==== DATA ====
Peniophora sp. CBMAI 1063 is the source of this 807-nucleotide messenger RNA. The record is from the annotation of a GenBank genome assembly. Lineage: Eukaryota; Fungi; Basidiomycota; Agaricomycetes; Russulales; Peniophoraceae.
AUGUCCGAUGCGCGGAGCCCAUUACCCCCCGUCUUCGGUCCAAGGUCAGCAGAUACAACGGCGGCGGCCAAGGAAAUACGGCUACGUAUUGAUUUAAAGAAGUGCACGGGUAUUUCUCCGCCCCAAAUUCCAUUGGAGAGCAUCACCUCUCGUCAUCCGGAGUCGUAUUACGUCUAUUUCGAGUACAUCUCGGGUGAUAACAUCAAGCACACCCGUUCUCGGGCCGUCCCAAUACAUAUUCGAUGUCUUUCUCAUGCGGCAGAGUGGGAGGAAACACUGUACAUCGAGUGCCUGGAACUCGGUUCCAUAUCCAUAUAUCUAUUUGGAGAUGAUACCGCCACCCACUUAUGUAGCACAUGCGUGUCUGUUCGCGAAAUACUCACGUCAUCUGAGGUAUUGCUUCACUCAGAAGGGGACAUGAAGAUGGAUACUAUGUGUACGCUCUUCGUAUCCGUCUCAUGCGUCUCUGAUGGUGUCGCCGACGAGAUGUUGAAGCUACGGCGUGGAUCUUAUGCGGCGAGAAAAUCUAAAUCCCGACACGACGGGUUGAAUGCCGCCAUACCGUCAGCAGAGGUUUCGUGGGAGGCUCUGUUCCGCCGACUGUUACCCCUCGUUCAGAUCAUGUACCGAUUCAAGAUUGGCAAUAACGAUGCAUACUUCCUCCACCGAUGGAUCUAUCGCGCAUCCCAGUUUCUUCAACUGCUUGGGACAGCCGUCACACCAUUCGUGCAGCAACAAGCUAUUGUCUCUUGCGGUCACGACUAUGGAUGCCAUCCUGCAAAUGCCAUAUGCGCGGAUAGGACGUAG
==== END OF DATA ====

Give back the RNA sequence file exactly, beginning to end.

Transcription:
Peniophora sp. CBMAI 1063 is the source of this 807-nucleotide messenger RNA. The record is from the annotation of a GenBank genome assembly. Lineage: Eukaryota; Fungi; Basidiomycota; Agaricomycetes; Russulales; Peniophoraceae.
AUGUCCGAUGCGCGGAGCCCAUUACCCCCCGUCUUCGGUCCAAGGUCAGCAGAUACAACGGCGGCGGCCAAGGAAAUACGGCUACGUAUUGAUUUAAAGAAGUGCACGGGUAUUUCUCCGCCCCAAAUUCCAUUGGAGAGCAUCACCUCUCGUCAUCCGGAGUCGUAUUACGUCUAUUUCGAGUACAUCUCGGGUGAUAACAUCAAGCACACCCGUUCUCGGGCCGUCCCAAUACAUAUUCGAUGUCUUUCUCAUGCGGCAGAGUGGGAGGAAACACUGUACAUCGAGUGCCUGGAACUCGGUUCCAUAUCCAUAUAUCUAUUUGGAGAUGAUACCGCCACCCACUUAUGUAGCACAUGCGUGUCUGUUCGCGAAAUACUCACGUCAUCUGAGGUAUUGCUUCACUCAGAAGGGGACAUGAAGAUGGAUACUAUGUGUACGCUCUUCGUAUCCGUCUCAUGCGUCUCUGAUGGUGUCGCCGACGAGAUGUUGAAGCUACGGCGUGGAUCUUAUGCGGCGAGAAAAUCUAAAUCCCGACACGACGGGUUGAAUGCCGCCAUACCGUCAGCAGAGGUUUCGUGGGAGGCUCUGUUCCGCCGACUGUUACCCCUCGUUCAGAUCAUGUACCGAUUCAAGAUUGGCAAUAACGAUGCAUACUUCCUCCACCGAUGGAUCUAUCGCGCAUCCCAGUUUCUUCAACUGCUUGGGACAGCCGUCACACCAUUCGUGCAGCAACAAGCUAUUGUCUCUUGCGGUCACGACUAUGGAUGCCAUCCUGCAAAUGCCAUAUGCGCGGAUAGGACGUAG